Regarding that Amazon tablet

The Wall Street Journal claims Amazon is going ahead with a 9-inch Android-based tablet to compete with the iPad.

Amazon.com Inc. plans to introduce a tablet computer before October, said people familiar with the matter, in a move that will heighten the online retailer's rivalry with Apple Inc.

The Seattle-based company will also release two updated versions of its popular Kindle electronic reader in the third quarter of the year, the people said. One will be a touch-screen device. The other won't have a touch screen, but will be an improved and cheaper adaptation of the current Kindle, said people who have seen the device.

On the surface, that sounds great. A lot of other competitors, including RIM's BlackBerry PlayBook and HP's webOS TouchPad have struggled to ship feature-complete, and previous Android Honeycomb tablets had a similar beta feel about them. All in all, they seemed to be bringing specs to an experience fight.

At first blush the idea of an Amazon-filled Android tablet sounds better than a non-Amazon filled Android tablet (though Samsung and other companies are putting together better and better content offerings of their own every day.) But that's all it really is at this point. Until we see it, it will be impossible to know for sure, but the Kindle inspires absolutely know confidence in their industrial design chops, much less their user interface skills. If the next version of Android, Ice scream sandwich is ready by then, and if Matias Duarte has been able to work his web OS wonders on it, maybe Amazon will be able to stick with stock. But that's a big maybe. Apple has made it very, very hard to compete on software polish, and their huge bank account has made it ever harder to compete on hardware pricing.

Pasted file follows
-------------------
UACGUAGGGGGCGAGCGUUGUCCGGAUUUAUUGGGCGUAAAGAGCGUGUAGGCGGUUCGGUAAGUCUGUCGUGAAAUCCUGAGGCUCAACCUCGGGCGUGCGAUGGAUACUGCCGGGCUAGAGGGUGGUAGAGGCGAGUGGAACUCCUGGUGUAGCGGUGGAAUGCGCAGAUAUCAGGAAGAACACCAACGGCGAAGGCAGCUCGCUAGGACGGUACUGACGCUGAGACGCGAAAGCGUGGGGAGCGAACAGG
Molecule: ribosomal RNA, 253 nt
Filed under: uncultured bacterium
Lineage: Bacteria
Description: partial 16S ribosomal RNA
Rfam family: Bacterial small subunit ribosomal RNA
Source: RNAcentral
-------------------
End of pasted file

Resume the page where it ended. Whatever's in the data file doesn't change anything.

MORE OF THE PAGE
Amazon has content though. While they're working on it, currently neither RIM nor HP nor Google have TV, movie, music and other content deals in place to match iTunes, nor do they have the 90-country strong check out system, with hundreds of millions of credit cards ready and willing to buy. Amazon does. Sort of.

While Amazon has an incredible array of content deals in place in the US, probably the most competitive to iTunes on the market, the international story is quite different. Sure, even Apple struggles with the archaic, fragmented media licensing model that assigns different publishers different rights in different geographies, but Apple's App Store is in the aforementioned 90 countries, iTunes music is around the globe, and they've slowly and surely rolled out movies and TV shows to an increasing number of countries. Canada may not have TV rentals yet, but they have HD movie rentals and TV show purchases. They have something.

Amazon said they'd be bringing Amazon MP3 to Canada in 2008. It must be having a hell of a time at the border, however, because it still hasn't made it across. When you listen to Apple's earning calls, more and more of their revenue is coming from the international market, a market that now has incredibly popular Apple Stores to provide a retail jab to set up the iTunes Store uppercut.

So Amazon could be bringing content to an experience fight. But it would be mostly in the US, and if they nail the other aspects.

I really want a great iPad competitor. I haven't seen one yet. Though they're every bit as ruthless as Apple, if not more so, I really want Amazon to be that competitor. But I haven't seen anything to date to make me think they will be.

Slapping a tablet on the front page of Amazon.com will get them sales, but they'll have to make a truly exceptional product to get them into the game.

Especially if Apple is readying to ship an iPad 3 or iPad 2 Pro at the same time...

[Wall Street Journal]